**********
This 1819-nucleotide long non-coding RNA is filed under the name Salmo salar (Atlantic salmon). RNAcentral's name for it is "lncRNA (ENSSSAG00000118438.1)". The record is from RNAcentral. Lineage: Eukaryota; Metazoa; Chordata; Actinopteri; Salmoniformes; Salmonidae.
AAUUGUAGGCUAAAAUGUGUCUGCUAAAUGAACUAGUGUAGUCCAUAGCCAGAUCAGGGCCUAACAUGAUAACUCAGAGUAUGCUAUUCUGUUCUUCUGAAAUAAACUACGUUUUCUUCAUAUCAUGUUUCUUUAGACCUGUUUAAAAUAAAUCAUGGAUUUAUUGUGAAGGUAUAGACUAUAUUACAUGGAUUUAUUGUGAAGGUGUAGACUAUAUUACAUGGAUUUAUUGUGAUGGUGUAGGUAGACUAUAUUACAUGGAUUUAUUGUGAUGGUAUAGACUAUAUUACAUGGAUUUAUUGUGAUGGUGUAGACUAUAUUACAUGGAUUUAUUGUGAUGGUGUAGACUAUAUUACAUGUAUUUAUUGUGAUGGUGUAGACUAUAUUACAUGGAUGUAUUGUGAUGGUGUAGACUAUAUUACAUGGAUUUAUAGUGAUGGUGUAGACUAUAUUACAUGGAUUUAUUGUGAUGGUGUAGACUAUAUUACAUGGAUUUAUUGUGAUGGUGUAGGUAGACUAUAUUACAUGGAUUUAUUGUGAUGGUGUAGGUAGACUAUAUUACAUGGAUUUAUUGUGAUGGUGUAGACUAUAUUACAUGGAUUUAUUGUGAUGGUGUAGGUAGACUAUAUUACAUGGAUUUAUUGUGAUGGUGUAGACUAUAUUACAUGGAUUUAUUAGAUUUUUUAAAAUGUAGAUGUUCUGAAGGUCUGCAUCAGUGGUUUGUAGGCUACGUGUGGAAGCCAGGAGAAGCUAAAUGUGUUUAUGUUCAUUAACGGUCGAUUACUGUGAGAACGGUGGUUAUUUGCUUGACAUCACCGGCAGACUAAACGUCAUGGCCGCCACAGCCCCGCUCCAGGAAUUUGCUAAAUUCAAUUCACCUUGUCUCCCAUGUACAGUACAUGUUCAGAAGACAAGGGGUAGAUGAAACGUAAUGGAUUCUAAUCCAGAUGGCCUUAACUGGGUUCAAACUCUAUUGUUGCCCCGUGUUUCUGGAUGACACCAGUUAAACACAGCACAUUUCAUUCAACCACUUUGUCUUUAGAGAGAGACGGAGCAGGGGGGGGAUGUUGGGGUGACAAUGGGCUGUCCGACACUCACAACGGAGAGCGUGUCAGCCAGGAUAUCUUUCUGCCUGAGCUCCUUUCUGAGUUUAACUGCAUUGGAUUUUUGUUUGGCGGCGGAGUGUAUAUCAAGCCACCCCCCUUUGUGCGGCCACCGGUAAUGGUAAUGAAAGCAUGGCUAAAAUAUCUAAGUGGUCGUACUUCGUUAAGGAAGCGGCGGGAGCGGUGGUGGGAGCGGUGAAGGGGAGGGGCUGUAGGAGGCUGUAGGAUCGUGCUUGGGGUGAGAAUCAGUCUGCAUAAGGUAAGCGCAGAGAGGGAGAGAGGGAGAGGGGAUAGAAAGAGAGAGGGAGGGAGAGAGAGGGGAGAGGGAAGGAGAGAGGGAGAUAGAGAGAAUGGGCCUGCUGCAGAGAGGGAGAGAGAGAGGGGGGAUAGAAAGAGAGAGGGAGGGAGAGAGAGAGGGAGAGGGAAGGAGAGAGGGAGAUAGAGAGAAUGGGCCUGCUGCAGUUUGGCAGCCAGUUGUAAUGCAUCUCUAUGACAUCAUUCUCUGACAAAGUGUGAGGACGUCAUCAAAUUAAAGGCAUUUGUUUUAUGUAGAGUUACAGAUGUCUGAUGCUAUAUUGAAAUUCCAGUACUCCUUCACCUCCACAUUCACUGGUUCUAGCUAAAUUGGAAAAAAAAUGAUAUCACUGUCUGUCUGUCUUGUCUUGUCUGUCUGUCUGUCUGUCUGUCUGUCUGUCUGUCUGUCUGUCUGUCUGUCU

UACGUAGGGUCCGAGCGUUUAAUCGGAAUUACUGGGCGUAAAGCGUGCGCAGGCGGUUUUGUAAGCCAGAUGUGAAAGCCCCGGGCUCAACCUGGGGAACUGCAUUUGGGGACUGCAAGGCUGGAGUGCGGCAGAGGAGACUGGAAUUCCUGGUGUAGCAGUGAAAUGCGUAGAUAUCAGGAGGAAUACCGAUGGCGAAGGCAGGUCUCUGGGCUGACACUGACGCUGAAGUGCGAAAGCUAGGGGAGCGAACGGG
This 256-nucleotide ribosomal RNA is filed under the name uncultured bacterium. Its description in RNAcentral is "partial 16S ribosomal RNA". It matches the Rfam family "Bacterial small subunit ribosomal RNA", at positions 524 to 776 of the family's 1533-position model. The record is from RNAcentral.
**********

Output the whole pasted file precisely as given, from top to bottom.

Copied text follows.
This 1819-nucleotide long non-coding RNA is filed under the name Salmo salar (Atlantic salmon). RNAcentral's name for it is "lncRNA (ENSSSAG00000118438.1)". The record is from RNAcentral. Lineage: Eukaryota; Metazoa; Chordata; Actinopteri; Salmoniformes; Salmonidae.
AAUUGUAGGCUAAAAUGUGUCUGCUAAAUGAACUAGUGUAGUCCAUAGCCAGAUCAGGGCCUAACAUGAUAACUCAGAGUAUGCUAUUCUGUUCUUCUGAAAUAAACUACGUUUUCUUCAUAUCAUGUUUCUUUAGACCUGUUUAAAAUAAAUCAUGGAUUUAUUGUGAAGGUAUAGACUAUAUUACAUGGAUUUAUUGUGAAGGUGUAGACUAUAUUACAUGGAUUUAUUGUGAUGGUGUAGGUAGACUAUAUUACAUGGAUUUAUUGUGAUGGUAUAGACUAUAUUACAUGGAUUUAUUGUGAUGGUGUAGACUAUAUUACAUGGAUUUAUUGUGAUGGUGUAGACUAUAUUACAUGUAUUUAUUGUGAUGGUGUAGACUAUAUUACAUGGAUGUAUUGUGAUGGUGUAGACUAUAUUACAUGGAUUUAUAGUGAUGGUGUAGACUAUAUUACAUGGAUUUAUUGUGAUGGUGUAGACUAUAUUACAUGGAUUUAUUGUGAUGGUGUAGGUAGACUAUAUUACAUGGAUUUAUUGUGAUGGUGUAGGUAGACUAUAUUACAUGGAUUUAUUGUGAUGGUGUAGACUAUAUUACAUGGAUUUAUUGUGAUGGUGUAGGUAGACUAUAUUACAUGGAUUUAUUGUGAUGGUGUAGACUAUAUUACAUGGAUUUAUUAGAUUUUUUAAAAUGUAGAUGUUCUGAAGGUCUGCAUCAGUGGUUUGUAGGCUACGUGUGGAAGCCAGGAGAAGCUAAAUGUGUUUAUGUUCAUUAACGGUCGAUUACUGUGAGAACGGUGGUUAUUUGCUUGACAUCACCGGCAGACUAAACGUCAUGGCCGCCACAGCCCCGCUCCAGGAAUUUGCUAAAUUCAAUUCACCUUGUCUCCCAUGUACAGUACAUGUUCAGAAGACAAGGGGUAGAUGAAACGUAAUGGAUUCUAAUCCAGAUGGCCUUAACUGGGUUCAAACUCUAUUGUUGCCCCGUGUUUCUGGAUGACACCAGUUAAACACAGCACAUUUCAUUCAACCACUUUGUCUUUAGAGAGAGACGGAGCAGGGGGGGGAUGUUGGGGUGACAAUGGGCUGUCCGACACUCACAACGGAGAGCGUGUCAGCCAGGAUAUCUUUCUGCCUGAGCUCCUUUCUGAGUUUAACUGCAUUGGAUUUUUGUUUGGCGGCGGAGUGUAUAUCAAGCCACCCCCCUUUGUGCGGCCACCGGUAAUGGUAAUGAAAGCAUGGCUAAAAUAUCUAAGUGGUCGUACUUCGUUAAGGAAGCGGCGGGAGCGGUGGUGGGAGCGGUGAAGGGGAGGGGCUGUAGGAGGCUGUAGGAUCGUGCUUGGGGUGAGAAUCAGUCUGCAUAAGGUAAGCGCAGAGAGGGAGAGAGGGAGAGGGGAUAGAAAGAGAGAGGGAGGGAGAGAGAGGGGAGAGGGAAGGAGAGAGGGAGAUAGAGAGAAUGGGCCUGCUGCAGAGAGGGAGAGAGAGAGGGGGGAUAGAAAGAGAGAGGGAGGGAGAGAGAGAGGGAGAGGGAAGGAGAGAGGGAGAUAGAGAGAAUGGGCCUGCUGCAGUUUGGCAGCCAGUUGUAAUGCAUCUCUAUGACAUCAUUCUCUGACAAAGUGUGAGGACGUCAUCAAAUUAAAGGCAUUUGUUUUAUGUAGAGUUACAGAUGUCUGAUGCUAUAUUGAAAUUCCAGUACUCCUUCACCUCCACAUUCACUGGUUCUAGCUAAAUUGGAAAAAAAAUGAUAUCACUGUCUGUCUGUCUUGUCUUGUCUGUCUGUCUGUCUGUCUGUCUGUCUGUCUGUCUGUCUGUCUGUCUGUCU

UACGUAGGGUCCGAGCGUUUAAUCGGAAUUACUGGGCGUAAAGCGUGCGCAGGCGGUUUUGUAAGCCAGAUGUGAAAGCCCCGGGCUCAACCUGGGGAACUGCAUUUGGGGACUGCAAGGCUGGAGUGCGGCAGAGGAGACUGGAAUUCCUGGUGUAGCAGUGAAAUGCGUAGAUAUCAGGAGGAAUACCGAUGGCGAAGGCAGGUCUCUGGGCUGACACUGACGCUGAAGUGCGAAAGCUAGGGGAGCGAACGGG
This 256-nucleotide ribosomal RNA is filed under the name uncultured bacterium. Its description in RNAcentral is "partial 16S ribosomal RNA". It matches the Rfam family "Bacterial small subunit ribosomal RNA", at positions 524 to 776 of the family's 1533-position model. The record is from RNAcentral.